NATSO and the National Association of Convenience Stores (NACS) urged the Federal Highway Administration (FHWA) to allow alternative fuel logos to be present on highway signs if, in addition to alternative fuel, the facility also provides foodservice and/or convenience stores, restrooms, and onsite employees who are able to contact law enforcement.
NATSO and NACS filed the comments
in response to proposed changes to the Manual on Uniform Traffic Control Devices for Streets and Highways (“MUTCD”). NATSO and NACS are seeking to ensure that the MUTCD adequately informs customers of the availability of alternative fuels at the types of facilities that they expect when refueling. The proposed MUTCD would clarify that supplemental messages identifying an alternative fuel that is available may be added only to the business identification sign panels on the GAS Specific Services sign for a gas facility that provides an alternative fuel in addition to, rather than in lieu of, gasoline.
The associations further urged FHWA to ensure that the final rule aligns with driver expectations and clarify that with respect to EVs, only direct current (“DC”) fast chargers are eligible to be identified on highway signs.
The organizations, which represent 90 percent of retail sales of motor fuel said that although today their members primarily sell gasoline and diesel, many have invested in a variety of different alternative fuels, including electric vehicle (“EV”) charging stations, hydrogen, and natural gas, as well as biofuels such as ethanol and biodiesel.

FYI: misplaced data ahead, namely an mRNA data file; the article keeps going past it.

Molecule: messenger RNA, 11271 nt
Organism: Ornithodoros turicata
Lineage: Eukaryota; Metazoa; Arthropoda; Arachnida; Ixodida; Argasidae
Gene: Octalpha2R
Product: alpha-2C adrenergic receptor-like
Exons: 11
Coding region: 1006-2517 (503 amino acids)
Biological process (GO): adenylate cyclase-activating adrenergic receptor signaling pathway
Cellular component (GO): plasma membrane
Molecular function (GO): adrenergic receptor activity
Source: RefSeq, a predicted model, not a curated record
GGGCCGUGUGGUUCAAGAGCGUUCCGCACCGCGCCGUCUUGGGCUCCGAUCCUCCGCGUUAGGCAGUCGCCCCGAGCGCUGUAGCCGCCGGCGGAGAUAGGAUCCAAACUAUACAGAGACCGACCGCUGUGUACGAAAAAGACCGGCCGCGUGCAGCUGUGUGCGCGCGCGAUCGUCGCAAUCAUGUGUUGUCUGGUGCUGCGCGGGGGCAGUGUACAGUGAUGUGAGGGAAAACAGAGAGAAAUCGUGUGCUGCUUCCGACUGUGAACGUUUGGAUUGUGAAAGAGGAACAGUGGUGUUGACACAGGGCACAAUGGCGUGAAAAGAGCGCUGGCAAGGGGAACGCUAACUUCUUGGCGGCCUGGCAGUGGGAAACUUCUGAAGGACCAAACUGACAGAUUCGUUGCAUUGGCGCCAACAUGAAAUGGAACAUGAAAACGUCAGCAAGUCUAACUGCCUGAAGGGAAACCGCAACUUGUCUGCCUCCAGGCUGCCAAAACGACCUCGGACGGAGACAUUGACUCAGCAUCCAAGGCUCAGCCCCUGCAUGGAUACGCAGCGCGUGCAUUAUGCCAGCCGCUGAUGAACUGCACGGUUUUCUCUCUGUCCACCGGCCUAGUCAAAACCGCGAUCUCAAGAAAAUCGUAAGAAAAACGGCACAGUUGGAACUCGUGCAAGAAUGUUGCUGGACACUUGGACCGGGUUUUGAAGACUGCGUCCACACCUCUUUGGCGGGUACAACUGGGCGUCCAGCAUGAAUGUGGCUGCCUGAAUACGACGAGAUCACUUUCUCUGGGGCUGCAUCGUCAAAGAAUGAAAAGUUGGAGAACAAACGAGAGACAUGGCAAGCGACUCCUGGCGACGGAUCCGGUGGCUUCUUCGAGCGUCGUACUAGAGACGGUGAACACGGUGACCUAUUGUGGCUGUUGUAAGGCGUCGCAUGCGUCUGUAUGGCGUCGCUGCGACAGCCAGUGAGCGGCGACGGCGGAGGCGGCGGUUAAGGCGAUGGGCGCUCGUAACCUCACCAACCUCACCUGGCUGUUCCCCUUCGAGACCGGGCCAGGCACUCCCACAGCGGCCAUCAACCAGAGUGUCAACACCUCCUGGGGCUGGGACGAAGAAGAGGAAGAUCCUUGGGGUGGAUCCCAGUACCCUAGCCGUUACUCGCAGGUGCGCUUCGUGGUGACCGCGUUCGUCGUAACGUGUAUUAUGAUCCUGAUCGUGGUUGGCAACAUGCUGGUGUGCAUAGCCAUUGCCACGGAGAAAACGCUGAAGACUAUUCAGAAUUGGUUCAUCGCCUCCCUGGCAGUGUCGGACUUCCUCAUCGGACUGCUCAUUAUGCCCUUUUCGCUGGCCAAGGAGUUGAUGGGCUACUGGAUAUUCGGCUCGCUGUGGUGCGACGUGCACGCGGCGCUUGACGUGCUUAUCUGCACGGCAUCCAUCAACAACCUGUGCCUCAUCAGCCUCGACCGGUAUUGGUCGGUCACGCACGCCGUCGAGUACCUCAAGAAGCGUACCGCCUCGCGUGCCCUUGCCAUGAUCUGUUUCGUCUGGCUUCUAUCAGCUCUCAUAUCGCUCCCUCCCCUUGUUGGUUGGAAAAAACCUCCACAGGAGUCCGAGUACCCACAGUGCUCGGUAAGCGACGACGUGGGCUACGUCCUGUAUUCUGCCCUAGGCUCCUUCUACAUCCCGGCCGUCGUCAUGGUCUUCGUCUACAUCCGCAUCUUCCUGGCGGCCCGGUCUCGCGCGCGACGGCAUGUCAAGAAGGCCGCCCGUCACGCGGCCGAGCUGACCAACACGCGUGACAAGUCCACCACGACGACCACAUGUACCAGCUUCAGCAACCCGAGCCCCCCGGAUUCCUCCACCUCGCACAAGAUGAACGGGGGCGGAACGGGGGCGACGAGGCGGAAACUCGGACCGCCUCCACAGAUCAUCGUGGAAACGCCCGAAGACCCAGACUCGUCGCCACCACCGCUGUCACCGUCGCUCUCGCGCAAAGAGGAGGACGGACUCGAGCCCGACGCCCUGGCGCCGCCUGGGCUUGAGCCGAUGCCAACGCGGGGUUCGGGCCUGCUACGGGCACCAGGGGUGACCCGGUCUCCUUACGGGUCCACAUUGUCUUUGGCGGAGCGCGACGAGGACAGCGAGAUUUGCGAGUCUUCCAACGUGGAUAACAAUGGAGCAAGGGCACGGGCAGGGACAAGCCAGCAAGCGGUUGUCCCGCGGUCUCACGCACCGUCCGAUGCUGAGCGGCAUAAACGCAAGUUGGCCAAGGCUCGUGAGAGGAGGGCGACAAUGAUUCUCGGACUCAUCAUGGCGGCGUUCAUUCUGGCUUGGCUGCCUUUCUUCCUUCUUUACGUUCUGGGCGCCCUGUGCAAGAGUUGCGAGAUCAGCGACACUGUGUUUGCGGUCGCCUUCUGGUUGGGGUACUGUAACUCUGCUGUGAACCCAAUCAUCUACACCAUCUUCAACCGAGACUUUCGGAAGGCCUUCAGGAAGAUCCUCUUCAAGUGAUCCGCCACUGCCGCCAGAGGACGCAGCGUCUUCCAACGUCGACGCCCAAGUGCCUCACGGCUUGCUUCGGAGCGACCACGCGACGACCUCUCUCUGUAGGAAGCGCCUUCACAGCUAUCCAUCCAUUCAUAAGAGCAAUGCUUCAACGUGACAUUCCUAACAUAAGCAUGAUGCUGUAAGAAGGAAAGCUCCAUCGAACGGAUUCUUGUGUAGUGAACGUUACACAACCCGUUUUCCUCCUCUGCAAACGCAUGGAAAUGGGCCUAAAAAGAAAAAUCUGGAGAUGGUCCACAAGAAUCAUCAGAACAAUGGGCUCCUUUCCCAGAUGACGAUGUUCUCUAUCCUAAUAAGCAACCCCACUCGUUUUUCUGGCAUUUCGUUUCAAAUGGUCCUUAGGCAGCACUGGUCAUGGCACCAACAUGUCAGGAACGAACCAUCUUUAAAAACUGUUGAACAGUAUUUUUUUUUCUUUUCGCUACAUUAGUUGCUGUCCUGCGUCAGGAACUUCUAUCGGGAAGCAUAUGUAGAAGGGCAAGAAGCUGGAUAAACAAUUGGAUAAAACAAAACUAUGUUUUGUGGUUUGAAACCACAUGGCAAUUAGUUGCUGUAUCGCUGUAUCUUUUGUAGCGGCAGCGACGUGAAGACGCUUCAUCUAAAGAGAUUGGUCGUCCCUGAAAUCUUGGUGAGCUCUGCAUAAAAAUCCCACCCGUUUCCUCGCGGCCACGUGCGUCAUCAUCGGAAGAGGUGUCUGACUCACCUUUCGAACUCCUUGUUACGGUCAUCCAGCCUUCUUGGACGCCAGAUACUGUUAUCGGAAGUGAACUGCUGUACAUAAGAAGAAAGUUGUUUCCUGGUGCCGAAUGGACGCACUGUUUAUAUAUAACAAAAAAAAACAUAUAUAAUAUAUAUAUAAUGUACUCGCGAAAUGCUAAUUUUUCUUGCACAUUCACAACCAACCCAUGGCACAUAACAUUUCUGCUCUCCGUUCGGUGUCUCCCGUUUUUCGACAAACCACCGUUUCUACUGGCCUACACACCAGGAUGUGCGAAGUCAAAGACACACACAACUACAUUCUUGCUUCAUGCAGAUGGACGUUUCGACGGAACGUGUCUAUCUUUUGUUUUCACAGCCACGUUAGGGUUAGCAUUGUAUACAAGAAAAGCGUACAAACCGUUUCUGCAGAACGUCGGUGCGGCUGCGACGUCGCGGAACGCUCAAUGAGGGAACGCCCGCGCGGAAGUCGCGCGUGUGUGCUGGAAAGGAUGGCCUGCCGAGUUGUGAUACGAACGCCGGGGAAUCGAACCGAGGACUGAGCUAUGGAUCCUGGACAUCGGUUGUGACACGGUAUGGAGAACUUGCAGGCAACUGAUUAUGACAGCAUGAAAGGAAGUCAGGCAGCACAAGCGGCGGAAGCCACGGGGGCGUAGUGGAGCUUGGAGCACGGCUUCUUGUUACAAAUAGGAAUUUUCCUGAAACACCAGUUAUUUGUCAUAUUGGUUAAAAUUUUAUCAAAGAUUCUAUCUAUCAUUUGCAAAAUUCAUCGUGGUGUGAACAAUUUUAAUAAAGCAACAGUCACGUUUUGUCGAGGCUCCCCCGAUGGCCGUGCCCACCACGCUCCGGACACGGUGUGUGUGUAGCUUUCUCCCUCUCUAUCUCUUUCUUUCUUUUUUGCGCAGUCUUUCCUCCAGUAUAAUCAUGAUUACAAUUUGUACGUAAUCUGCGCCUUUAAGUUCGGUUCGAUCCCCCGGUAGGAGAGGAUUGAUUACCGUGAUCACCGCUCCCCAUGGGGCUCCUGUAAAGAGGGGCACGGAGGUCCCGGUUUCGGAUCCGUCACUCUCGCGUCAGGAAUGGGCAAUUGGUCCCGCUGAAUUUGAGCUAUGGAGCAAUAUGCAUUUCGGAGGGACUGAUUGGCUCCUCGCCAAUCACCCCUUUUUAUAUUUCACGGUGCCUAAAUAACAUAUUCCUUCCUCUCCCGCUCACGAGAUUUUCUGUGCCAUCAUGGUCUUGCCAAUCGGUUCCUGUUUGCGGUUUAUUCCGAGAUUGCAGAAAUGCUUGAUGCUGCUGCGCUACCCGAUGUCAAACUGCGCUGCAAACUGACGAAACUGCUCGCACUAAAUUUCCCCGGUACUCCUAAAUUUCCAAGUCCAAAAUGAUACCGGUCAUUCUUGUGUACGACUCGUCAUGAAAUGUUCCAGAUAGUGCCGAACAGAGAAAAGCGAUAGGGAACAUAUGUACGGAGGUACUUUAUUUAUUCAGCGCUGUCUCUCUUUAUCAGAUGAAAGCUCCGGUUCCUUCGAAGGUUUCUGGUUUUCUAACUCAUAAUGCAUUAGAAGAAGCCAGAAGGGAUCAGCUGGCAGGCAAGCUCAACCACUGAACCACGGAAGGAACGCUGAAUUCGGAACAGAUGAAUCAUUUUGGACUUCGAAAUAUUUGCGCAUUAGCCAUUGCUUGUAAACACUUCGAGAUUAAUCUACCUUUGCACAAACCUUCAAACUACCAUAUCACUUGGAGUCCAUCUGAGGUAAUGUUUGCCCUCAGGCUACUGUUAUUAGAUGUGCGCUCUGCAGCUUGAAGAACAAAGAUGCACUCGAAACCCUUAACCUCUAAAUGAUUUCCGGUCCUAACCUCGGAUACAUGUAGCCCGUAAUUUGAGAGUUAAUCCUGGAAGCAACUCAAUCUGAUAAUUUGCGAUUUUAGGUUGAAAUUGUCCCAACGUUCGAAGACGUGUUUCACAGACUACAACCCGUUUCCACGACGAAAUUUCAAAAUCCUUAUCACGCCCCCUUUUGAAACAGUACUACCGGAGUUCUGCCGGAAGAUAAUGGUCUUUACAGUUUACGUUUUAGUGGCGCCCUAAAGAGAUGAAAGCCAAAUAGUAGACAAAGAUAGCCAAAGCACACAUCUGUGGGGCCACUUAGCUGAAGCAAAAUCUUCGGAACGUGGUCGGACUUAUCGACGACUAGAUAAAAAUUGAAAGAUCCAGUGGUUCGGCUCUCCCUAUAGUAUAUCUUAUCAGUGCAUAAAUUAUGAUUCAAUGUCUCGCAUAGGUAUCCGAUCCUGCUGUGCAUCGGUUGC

As EVs grow as a percentage of the overall vehicle fleet, it is necessary to provide drivers of those vehicles with information regarding the availability of refueling facilities that are aligned with their expectations of a refueling facility’s attributes. This generally includes fast, efficient refueling options, foodservice, convenience stores, restrooms, and security (including employees that work onsite who are able to contact law enforcement should the need arise).
As such, the final rule should not use the availability of gasoline as the sole indicator that other attributes are present.
"The industry has demonstrated that they are prepared to sell any transportation energy technology that their customers desire," the groups wrote in their comments. "These comments are intended to ensure that the MUTCD adequately informs our customers of the availability of alternative fuels at the types of facilities that they expect when refueling. This will allow consumers to confidently gravitate toward vehicles that run on alternative fuels. The industry, in turn, will confidently invest in selling alternative fuels."
"Looking forward there may be scenarios where alternative fuels are available at facilities that do not sell gasoline, the associations wrote." The final rule should accommodate this by allowing alternative fuel logos to be present if, in addition to the alternative fuel, the facility also provides foodservice and/or convenience stores, restrooms, and onsite employees who are able to contact law enforcement."
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